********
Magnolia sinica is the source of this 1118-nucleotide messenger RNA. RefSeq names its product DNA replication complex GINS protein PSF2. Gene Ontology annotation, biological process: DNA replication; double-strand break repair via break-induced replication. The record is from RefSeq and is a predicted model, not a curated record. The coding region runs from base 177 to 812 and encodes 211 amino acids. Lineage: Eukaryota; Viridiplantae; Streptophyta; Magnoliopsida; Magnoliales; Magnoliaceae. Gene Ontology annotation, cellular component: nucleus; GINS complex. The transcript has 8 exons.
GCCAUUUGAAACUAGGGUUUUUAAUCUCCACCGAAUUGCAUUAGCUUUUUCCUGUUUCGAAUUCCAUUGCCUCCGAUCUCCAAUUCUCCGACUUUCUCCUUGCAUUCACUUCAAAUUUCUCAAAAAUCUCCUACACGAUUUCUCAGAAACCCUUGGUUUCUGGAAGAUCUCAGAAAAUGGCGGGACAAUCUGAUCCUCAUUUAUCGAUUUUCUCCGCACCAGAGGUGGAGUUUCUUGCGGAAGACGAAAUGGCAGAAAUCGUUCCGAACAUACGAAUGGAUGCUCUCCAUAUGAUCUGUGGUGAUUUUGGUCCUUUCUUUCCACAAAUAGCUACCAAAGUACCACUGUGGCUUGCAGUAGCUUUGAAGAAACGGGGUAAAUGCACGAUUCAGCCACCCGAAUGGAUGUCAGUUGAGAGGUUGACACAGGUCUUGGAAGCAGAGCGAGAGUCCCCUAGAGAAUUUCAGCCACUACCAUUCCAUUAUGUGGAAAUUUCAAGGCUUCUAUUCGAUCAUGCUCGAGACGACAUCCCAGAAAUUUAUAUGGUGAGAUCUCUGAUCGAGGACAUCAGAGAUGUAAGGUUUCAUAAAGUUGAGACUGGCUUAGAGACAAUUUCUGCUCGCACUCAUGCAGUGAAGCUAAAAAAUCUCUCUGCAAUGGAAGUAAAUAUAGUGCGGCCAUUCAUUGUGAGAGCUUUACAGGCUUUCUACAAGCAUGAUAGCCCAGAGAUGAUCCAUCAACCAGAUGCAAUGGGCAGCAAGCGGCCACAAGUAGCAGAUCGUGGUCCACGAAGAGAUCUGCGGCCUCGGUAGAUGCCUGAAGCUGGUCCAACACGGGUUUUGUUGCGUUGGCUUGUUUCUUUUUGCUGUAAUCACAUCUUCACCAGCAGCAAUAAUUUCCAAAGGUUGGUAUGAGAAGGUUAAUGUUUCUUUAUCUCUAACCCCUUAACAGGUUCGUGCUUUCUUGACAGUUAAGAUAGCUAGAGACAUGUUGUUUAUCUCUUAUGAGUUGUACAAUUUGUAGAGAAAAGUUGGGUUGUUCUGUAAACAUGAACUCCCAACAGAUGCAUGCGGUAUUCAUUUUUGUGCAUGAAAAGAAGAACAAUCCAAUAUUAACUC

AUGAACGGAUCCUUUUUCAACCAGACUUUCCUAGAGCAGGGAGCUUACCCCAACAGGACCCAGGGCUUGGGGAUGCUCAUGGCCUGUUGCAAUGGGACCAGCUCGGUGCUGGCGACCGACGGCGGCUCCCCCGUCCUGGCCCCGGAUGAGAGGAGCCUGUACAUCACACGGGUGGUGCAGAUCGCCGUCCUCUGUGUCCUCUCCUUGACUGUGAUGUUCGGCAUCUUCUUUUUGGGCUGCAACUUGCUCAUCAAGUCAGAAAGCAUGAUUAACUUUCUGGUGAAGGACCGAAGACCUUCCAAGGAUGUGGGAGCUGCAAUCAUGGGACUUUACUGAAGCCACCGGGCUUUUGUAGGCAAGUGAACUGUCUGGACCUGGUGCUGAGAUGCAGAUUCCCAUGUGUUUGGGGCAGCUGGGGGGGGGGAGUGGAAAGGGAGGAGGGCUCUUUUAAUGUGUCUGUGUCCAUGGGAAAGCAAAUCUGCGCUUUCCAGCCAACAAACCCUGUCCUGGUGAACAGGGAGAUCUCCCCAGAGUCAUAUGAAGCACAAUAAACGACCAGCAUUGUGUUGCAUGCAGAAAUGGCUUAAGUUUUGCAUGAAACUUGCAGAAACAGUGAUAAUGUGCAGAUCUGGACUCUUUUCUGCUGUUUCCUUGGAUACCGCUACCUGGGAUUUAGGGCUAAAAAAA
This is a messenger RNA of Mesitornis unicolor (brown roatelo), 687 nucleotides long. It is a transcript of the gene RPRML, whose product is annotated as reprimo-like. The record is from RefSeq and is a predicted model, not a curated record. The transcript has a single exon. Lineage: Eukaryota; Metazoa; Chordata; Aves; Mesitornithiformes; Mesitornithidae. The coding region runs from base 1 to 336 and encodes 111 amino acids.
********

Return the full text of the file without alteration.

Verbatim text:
Magnolia sinica is the source of this 1118-nucleotide messenger RNA. RefSeq names its product DNA replication complex GINS protein PSF2. Gene Ontology annotation, biological process: DNA replication; double-strand break repair via break-induced replication. The record is from RefSeq and is a predicted model, not a curated record. The coding region runs from base 177 to 812 and encodes 211 amino acids. Lineage: Eukaryota; Viridiplantae; Streptophyta; Magnoliopsida; Magnoliales; Magnoliaceae. Gene Ontology annotation, cellular component: nucleus; GINS complex. The transcript has 8 exons.
GCCAUUUGAAACUAGGGUUUUUAAUCUCCACCGAAUUGCAUUAGCUUUUUCCUGUUUCGAAUUCCAUUGCCUCCGAUCUCCAAUUCUCCGACUUUCUCCUUGCAUUCACUUCAAAUUUCUCAAAAAUCUCCUACACGAUUUCUCAGAAACCCUUGGUUUCUGGAAGAUCUCAGAAAAUGGCGGGACAAUCUGAUCCUCAUUUAUCGAUUUUCUCCGCACCAGAGGUGGAGUUUCUUGCGGAAGACGAAAUGGCAGAAAUCGUUCCGAACAUACGAAUGGAUGCUCUCCAUAUGAUCUGUGGUGAUUUUGGUCCUUUCUUUCCACAAAUAGCUACCAAAGUACCACUGUGGCUUGCAGUAGCUUUGAAGAAACGGGGUAAAUGCACGAUUCAGCCACCCGAAUGGAUGUCAGUUGAGAGGUUGACACAGGUCUUGGAAGCAGAGCGAGAGUCCCCUAGAGAAUUUCAGCCACUACCAUUCCAUUAUGUGGAAAUUUCAAGGCUUCUAUUCGAUCAUGCUCGAGACGACAUCCCAGAAAUUUAUAUGGUGAGAUCUCUGAUCGAGGACAUCAGAGAUGUAAGGUUUCAUAAAGUUGAGACUGGCUUAGAGACAAUUUCUGCUCGCACUCAUGCAGUGAAGCUAAAAAAUCUCUCUGCAAUGGAAGUAAAUAUAGUGCGGCCAUUCAUUGUGAGAGCUUUACAGGCUUUCUACAAGCAUGAUAGCCCAGAGAUGAUCCAUCAACCAGAUGCAAUGGGCAGCAAGCGGCCACAAGUAGCAGAUCGUGGUCCACGAAGAGAUCUGCGGCCUCGGUAGAUGCCUGAAGCUGGUCCAACACGGGUUUUGUUGCGUUGGCUUGUUUCUUUUUGCUGUAAUCACAUCUUCACCAGCAGCAAUAAUUUCCAAAGGUUGGUAUGAGAAGGUUAAUGUUUCUUUAUCUCUAACCCCUUAACAGGUUCGUGCUUUCUUGACAGUUAAGAUAGCUAGAGACAUGUUGUUUAUCUCUUAUGAGUUGUACAAUUUGUAGAGAAAAGUUGGGUUGUUCUGUAAACAUGAACUCCCAACAGAUGCAUGCGGUAUUCAUUUUUGUGCAUGAAAAGAAGAACAAUCCAAUAUUAACUC

AUGAACGGAUCCUUUUUCAACCAGACUUUCCUAGAGCAGGGAGCUUACCCCAACAGGACCCAGGGCUUGGGGAUGCUCAUGGCCUGUUGCAAUGGGACCAGCUCGGUGCUGGCGACCGACGGCGGCUCCCCCGUCCUGGCCCCGGAUGAGAGGAGCCUGUACAUCACACGGGUGGUGCAGAUCGCCGUCCUCUGUGUCCUCUCCUUGACUGUGAUGUUCGGCAUCUUCUUUUUGGGCUGCAACUUGCUCAUCAAGUCAGAAAGCAUGAUUAACUUUCUGGUGAAGGACCGAAGACCUUCCAAGGAUGUGGGAGCUGCAAUCAUGGGACUUUACUGAAGCCACCGGGCUUUUGUAGGCAAGUGAACUGUCUGGACCUGGUGCUGAGAUGCAGAUUCCCAUGUGUUUGGGGCAGCUGGGGGGGGGGAGUGGAAAGGGAGGAGGGCUCUUUUAAUGUGUCUGUGUCCAUGGGAAAGCAAAUCUGCGCUUUCCAGCCAACAAACCCUGUCCUGGUGAACAGGGAGAUCUCCCCAGAGUCAUAUGAAGCACAAUAAACGACCAGCAUUGUGUUGCAUGCAGAAAUGGCUUAAGUUUUGCAUGAAACUUGCAGAAACAGUGAUAAUGUGCAGAUCUGGACUCUUUUCUGCUGUUUCCUUGGAUACCGCUACCUGGGAUUUAGGGCUAAAAAAA
This is a messenger RNA of Mesitornis unicolor (brown roatelo), 687 nucleotides long. It is a transcript of the gene RPRML, whose product is annotated as reprimo-like. The record is from RefSeq and is a predicted model, not a curated record. The transcript has a single exon. Lineage: Eukaryota; Metazoa; Chordata; Aves; Mesitornithiformes; Mesitornithidae. The coding region runs from base 1 to 336 and encodes 111 amino acids.